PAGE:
LONDON: FTI Consulting and EMEA chairman Mark Malloch-Brown have settled their legal dispute with international mining group BSGR Resources, agreeing to pay “substantial” compensation and legal costs.
BSGR said in a statement Monday morning that FTI and Malloch-Brown had “conceded defeat” by settling the legal action brought against them in April. However, a spokesman for FTI said the case had been settled for €90,000, about $119,300, “without any admission of liability.”
BSGR said the damages would be donated to “charities and good causes working in Guinea.”
The two parties disputed the reasons for FTI resigning its contract as a PR adviser to the group, owned by Israeli diamond mining magnate Beny Steinmetz, over “conflict issues” last November.
BSGR claimed that Malloch-Brown had pressured FTI to resign the account and that he, himself, was under significant pressure to take action against BSGR from George Soros, a strong critic of the company's activities in Guinea.
The mining group claimed that Malloch-Brown and FTI were “involved in a conspiracy against BSGR” after documents obtained through a Data Protection Act request of FTI showed that Malloch-Brown was corresponding with staffers in Soros' offices about BSGR and its interests.
“BSGR remains shocked by Malloch-Brown's conduct and condemns his collusion with Soros and the manner in which he treated his company's client,” the group said. “It is appalled that a figure of Malloch-Brown's international standing and global reputation would pass information about clients to hostile third parties.”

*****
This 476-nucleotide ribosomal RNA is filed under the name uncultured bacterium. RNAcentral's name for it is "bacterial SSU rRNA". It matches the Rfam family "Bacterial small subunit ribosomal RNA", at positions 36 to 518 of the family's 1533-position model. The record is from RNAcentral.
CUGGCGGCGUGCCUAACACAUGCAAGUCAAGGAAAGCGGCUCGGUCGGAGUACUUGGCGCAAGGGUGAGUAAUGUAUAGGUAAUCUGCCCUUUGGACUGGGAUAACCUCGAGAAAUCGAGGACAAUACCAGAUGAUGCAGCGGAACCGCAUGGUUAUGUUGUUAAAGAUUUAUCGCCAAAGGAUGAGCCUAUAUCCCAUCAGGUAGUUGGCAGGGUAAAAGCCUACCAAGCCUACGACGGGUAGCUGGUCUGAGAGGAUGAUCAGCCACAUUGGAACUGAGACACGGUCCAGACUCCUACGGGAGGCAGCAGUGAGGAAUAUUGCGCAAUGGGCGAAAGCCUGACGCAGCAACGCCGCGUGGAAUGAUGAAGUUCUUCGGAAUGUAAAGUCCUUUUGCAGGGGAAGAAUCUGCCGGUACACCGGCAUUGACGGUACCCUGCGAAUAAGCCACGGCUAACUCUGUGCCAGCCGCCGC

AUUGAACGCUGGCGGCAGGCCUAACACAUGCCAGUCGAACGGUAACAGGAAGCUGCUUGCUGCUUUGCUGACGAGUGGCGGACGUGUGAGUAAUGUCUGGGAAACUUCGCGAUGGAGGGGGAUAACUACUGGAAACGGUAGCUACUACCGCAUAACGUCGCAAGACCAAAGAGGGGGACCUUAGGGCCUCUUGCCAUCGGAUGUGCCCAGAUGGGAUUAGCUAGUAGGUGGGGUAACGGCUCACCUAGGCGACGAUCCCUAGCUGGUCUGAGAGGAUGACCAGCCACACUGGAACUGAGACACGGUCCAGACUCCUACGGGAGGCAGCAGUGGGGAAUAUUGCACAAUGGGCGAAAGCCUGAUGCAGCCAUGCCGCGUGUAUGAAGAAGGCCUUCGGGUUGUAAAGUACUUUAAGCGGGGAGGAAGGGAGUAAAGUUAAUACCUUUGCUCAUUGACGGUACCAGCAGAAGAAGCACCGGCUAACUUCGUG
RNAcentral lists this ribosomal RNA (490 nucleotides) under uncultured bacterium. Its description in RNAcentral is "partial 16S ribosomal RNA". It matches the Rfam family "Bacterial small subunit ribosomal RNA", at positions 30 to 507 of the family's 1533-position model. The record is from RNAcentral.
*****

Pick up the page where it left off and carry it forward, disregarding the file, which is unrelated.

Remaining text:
However, FTI Consulting said that “at no point was client information passed to third parties” and denied that the settlement was a concession of defeat in any way.
FTI and Malloch-Brown said in a statement that they “have always vigorously denied the claims brought against them in their entirety as baseless and without any merit. Indeed, FTI Consulting and Malloch-Brown applied to have the claims against them struck out.”
The statement added that the settlement was considered “less than what FTI Consulting and Malloch-Brown would have incurred in irrecoverable costs by pursuing the strike out applications.”
BSGR alleged that FTI was guilty of breach of contract, while Malloch-Brown was accused of breach of tortious duty of confidence and defamation. Both were also accused of conspiracy to withhold disclosure of a conflict of interest from BSGR.
Malloch-Brown was UN deputy secretary general under Kofi Annan in 2006 and joined former Prime Minister Gordon Brown's UK government in 2007 as minister of state at the Foreign and Commonwealth Office.
This story originally appeared on the website of PRWeek UK, the sister publication of PRWeek at Haymarket Media.